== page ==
- a pretense of having a virtuous character, moral or religious beliefs or principles, etc., that one does not really possess.
- a pretense of having some desirable or publicly approved attitude.
- an act or instance of hypocrisy.
Origin of hypocrisy
Examples from the Web for hypocrisies
Pivot forward and you can see the hypocrisies that will be dragged out in the coming days.Team Boehner’s Hypocrisy
July 26, 2011
A longtime advocate of Israeli-Palestinian cooperation on the hypocrisies—and complexities—of the Gaza conflict.Where Were the Protesters When Missiles Were Hitting Israel?
January 9, 2009
Go back to the lies and hypocrisies of society, and the brainless, mashers who adorn it!The Christian
Of what good were these hypocrisies, and whom did they deceive?Conscience, Complete
Believe you that you can dupe me by your hypocrisies and base flatteries?The Key to the Bront Works
Shall we continue to close our eyes to the hypocrisies of the church?Idling in Italy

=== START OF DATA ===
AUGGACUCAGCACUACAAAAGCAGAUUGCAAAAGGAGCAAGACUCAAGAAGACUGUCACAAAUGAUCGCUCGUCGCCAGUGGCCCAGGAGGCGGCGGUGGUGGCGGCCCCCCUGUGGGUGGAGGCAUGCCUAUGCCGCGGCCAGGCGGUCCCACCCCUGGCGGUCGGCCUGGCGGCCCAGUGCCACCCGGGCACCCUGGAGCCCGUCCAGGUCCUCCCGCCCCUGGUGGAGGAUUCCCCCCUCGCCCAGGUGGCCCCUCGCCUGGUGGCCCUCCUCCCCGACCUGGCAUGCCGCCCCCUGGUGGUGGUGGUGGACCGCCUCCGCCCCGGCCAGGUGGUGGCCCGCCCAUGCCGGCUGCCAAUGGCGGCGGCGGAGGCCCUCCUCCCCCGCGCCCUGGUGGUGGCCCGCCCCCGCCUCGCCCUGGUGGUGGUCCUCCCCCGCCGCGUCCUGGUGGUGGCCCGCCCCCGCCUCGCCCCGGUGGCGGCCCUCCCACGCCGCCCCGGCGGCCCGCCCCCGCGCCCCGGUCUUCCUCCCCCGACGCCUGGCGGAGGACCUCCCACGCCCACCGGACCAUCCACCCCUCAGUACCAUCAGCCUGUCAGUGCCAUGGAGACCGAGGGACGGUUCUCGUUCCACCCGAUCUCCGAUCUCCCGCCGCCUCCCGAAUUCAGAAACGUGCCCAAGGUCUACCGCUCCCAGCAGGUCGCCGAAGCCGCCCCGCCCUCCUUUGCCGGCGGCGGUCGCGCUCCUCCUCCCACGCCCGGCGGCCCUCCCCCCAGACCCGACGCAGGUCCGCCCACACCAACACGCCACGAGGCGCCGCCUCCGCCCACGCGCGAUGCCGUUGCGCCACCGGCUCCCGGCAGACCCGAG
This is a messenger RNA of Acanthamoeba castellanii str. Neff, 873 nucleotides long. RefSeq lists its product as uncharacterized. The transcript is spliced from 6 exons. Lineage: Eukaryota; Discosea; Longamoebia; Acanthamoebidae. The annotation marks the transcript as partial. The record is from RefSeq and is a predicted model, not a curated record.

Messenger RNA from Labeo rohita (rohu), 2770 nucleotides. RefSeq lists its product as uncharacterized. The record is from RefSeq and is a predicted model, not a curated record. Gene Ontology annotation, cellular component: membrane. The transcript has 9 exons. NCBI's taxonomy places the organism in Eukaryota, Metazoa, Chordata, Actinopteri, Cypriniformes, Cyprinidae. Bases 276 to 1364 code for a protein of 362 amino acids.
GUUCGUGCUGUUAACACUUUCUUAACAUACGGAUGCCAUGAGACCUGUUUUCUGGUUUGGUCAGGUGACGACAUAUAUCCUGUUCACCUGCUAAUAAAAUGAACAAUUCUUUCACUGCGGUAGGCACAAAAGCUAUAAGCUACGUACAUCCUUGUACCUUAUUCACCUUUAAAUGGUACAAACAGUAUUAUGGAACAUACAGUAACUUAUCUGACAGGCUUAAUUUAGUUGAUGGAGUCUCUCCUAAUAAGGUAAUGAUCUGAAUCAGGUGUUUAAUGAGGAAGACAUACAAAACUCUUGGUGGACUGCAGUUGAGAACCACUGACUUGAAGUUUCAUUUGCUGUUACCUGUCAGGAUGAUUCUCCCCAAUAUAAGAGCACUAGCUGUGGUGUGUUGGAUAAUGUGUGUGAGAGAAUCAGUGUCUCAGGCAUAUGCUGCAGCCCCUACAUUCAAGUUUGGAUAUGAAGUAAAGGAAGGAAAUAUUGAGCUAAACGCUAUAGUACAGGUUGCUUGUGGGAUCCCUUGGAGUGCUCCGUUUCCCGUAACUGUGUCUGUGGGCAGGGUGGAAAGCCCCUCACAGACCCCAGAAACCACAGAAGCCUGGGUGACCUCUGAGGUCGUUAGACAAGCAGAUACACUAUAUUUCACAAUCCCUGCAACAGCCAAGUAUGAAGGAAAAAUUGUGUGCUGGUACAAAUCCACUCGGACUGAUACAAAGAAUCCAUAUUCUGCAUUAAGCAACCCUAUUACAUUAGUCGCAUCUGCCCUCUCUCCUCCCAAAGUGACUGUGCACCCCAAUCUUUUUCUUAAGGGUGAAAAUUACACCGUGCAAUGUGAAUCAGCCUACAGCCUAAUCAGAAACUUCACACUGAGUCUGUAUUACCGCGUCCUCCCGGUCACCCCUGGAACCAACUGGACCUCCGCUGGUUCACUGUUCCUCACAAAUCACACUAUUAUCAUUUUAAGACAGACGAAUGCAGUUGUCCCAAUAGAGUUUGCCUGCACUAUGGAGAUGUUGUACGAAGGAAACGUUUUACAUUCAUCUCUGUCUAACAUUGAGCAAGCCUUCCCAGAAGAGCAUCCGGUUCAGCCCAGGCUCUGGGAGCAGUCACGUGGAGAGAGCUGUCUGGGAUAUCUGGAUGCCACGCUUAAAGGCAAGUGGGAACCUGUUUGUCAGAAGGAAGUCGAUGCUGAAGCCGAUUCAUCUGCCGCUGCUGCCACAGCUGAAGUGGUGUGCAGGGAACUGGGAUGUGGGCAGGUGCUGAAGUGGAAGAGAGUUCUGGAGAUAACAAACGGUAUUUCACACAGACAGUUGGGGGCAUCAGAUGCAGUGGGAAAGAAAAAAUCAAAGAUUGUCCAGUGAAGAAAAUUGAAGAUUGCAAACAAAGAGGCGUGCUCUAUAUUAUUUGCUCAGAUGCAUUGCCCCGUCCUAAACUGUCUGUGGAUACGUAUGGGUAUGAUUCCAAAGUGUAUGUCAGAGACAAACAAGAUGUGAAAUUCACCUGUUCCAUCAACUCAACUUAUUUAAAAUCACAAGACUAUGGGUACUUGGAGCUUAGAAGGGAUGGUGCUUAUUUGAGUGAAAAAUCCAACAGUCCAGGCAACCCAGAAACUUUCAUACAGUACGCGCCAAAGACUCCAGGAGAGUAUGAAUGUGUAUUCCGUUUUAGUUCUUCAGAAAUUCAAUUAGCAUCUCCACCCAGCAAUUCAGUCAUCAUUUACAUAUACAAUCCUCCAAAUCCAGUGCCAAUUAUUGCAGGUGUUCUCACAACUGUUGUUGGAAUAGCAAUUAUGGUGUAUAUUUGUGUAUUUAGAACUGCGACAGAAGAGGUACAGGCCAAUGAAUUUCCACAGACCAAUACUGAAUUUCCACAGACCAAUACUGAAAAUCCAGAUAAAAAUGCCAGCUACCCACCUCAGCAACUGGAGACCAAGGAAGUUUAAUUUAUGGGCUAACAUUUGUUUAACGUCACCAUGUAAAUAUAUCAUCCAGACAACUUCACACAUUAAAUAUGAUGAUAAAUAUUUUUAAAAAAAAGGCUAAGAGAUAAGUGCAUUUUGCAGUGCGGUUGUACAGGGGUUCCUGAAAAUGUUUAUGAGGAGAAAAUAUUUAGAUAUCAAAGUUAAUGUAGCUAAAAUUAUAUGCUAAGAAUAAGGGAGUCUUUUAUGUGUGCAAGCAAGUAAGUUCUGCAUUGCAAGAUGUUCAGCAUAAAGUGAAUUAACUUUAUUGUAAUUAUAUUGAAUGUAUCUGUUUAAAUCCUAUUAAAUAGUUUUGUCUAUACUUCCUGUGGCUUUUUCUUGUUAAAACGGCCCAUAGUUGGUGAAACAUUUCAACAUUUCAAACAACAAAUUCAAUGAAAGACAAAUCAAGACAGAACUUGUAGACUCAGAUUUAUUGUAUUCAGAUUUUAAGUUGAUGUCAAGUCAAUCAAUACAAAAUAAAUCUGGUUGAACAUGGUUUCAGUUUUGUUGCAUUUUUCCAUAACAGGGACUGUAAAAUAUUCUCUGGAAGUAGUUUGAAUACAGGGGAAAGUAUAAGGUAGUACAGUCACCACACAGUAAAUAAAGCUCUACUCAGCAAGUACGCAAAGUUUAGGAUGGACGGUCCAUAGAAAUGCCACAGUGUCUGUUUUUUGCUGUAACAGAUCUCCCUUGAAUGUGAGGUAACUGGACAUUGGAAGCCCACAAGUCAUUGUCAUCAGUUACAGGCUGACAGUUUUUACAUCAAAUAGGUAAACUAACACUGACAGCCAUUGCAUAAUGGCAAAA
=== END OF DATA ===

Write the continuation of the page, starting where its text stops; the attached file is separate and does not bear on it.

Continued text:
What prohibitions, what hypocrisies, what responsibilities, what sorrows!Soliloquies in England
- the practice of professing standards, beliefs, etc, contrary to one's real character or actual behaviour, esp the pretence of virtue and piety
- an act or instance of this
Word Origin and History for hypocrisies
c.1200, ipocrisie, from Old French ypocrisie, from Late Latin hypocrisis, from Greek hypokrisis "acting on the stage, pretense," from hypokrinesthai "play a part, pretend," also "answer," from hypo- "under" (see sub-) + middle voice of krinein "to sift, decide" (see crisis). The sense evolution in Attic Greek is from "separate gradually" to "answer" to "answer a fellow actor on stage" to "play a part." The h- was restored in English 16c.
Hypocrisy is the art of affecting qualities for the purpose of pretending to an undeserved virtue. Because individuals and institutions and societies most often live down to the suspicions about them, hypocrisy and its accompanying equivocations underpin the conduct of life. Imagine how frightful truth unvarnished would be. [Benjamin F. Martin, "France in 1938," 2005]